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U.S.-Russia To Coordinate Airstrikes Against ISIS


The U.S. and Russia have come up with a plan for a nationwide cease-fire in Syria, which started yesterday. For the first time, the two countries plan to coordinate airstrikes against the Islamic State and al-Qaida's affiliate in Syria. Yesterday, Secretary of State John Kerry admitted that the way ahead will be difficult, but necessary, he says, to find some type of political settlement that ends a war well into its 6th year.


JOHN KERRY: This is the best thing we could think of, and President Obama has gone the extra mile here to try to find a way to see if we can bring people to the table and end the violence while they go to the table to try to settle this.

MONTAGNE: NPR's Pentagon correspondent, Tom Bowman, joins us now to talk about the way ahead. Good morning.

TOM BOWMAN, BYLINE: Good morning, Renee.

MONTAGNE: And the big if is whether the cease-fire will actually hold for an entire week, at which point - a week - this unusual cooperation between Russia and the U.S. is scheduled to begin.

BOWMAN: That's right. And the bottom line, Renee, is the White House wanted this bad. And they wanted a way to stop the bombing of civilians, allow for humanitarian aid to flow into Aleppo and start towards some type of political solution. Now, Defense Secretary Ash Carter, I'm told, has been very wary of any agreement. He just doesn't trust the Russians. And he and others point to the bombing of hospitals in Aleppo, for example.

Now, the Russians and Syrians were bombing right up until the last minute before the agreement went into effect. Yesterday, there were dozens of airstrikes and artillery barrages, I'm told. Still, the administration is pushing this as a way to reach a political settlement, and they have to go through the Russians, who are propping up the regime. So part of all of this is that John Kerry has said it will be, quote, "some sharing of information with the Russians."

MONTAGNE: And what kind of information?

BOWMAN: Well, they're still working that out. It'll basically be targeting information to go after ISIS and the al-Qaida affiliate. John Kerry talked about setting up some sort of operation center with the Russians. It's uncertain whether that would be a physical location in a place like Incirlik Air Base in Turkey, where could - you could have U.S. and Russian officers sit side by side.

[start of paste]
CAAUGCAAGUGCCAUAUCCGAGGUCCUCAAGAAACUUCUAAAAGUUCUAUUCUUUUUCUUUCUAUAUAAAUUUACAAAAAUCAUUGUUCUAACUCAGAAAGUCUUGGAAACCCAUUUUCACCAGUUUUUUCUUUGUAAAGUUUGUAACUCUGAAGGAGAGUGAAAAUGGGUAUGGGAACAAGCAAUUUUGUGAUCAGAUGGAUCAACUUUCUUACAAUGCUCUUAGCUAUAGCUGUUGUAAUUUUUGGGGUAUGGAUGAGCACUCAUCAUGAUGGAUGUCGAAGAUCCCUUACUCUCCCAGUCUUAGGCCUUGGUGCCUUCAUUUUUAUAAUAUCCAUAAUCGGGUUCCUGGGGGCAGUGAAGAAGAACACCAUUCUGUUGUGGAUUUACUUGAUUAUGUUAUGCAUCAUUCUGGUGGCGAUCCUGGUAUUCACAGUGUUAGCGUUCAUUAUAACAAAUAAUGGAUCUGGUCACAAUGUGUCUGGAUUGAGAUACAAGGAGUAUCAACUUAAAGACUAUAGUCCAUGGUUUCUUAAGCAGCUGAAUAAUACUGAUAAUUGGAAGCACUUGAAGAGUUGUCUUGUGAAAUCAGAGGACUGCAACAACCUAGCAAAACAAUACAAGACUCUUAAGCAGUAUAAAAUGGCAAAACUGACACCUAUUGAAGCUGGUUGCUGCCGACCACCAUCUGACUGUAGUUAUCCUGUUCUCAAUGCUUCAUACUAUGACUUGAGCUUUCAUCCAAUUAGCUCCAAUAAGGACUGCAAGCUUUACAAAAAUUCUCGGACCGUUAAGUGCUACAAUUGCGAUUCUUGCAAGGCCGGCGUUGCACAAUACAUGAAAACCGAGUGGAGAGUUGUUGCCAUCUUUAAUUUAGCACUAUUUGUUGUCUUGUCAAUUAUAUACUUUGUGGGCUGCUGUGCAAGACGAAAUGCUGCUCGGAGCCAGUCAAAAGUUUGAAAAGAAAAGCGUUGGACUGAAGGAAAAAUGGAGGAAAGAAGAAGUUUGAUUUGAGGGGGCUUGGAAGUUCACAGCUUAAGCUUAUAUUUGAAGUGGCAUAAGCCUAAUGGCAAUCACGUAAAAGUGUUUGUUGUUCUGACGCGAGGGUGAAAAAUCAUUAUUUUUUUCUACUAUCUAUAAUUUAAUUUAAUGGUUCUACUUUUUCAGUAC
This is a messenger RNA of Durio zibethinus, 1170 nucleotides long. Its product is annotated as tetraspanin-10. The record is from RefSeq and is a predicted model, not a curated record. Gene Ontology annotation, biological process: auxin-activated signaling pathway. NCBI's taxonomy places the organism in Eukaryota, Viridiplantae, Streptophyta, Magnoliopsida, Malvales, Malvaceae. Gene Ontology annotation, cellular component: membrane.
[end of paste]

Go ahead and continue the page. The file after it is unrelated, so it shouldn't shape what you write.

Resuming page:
You know, they could work targets in other ways - just sending coordinates. The U.S. and Russia already communicate over the radio to make sure their aircraft don't run into each other.

MONTAGNE: You know, the Assad regime sees all rebels as terrorists. Russia says that it's not possible to separate the terrorists from the Western-backed rebels. So this sounds like a huge challenge.

BOWMAN: This'll be one of the biggest challenges. You know, some anti-Assad rebels are mixed in with that al-Qaida affiliate. The U.S. is supporting those anti-Assad rebels and don't want them targeted. And you're right; the Syrians see all rebels as terrorists. So the question will be, how do you separate one rebel group from another, and do you just try to target those areas where you have mostly al-Qaida affiliates? That could be very difficult to work out.

Now, another challenge, Renee, is the Russians use mostly what's called dumb bombs. They're not precise and might not hit the intended target. The U.S. uses precision-guided weapons that can be directed to the target. So let's say the U.S. gives the Russians a target and they mess up - they hit a school or a hospital. What does the U.S. do? Do they insist that the Russians only use precision weapons? So there are a lot of questions that are - that have not been answered yet.

MONTAGNE: Humanitarian aid will also be a big part of this agreement. When will that start moving?

BOWMAN: Well, the Russians' leadership says the humanitarian aid will start moving immediately, sometime this week. And that's a big deal because there are hundreds of thousands of people who have been suffering, who desperately need that support, food and medicine.

And that'll be handled by private humanitarian groups, but you could see both the U.S. and Russia are providing not only assurances the aid will get through, but maybe even some kind of surveillance to make sure that actually happens.

MONTAGNE: That's NPR's Pentagon correspondent, Tom Bowman. Thanks very much.

BOWMAN: You're welcome, Renee. Transcript provided by NPR, Copyright NPR.

Tom Bowman is a NPR National Desk reporter covering the Pentagon.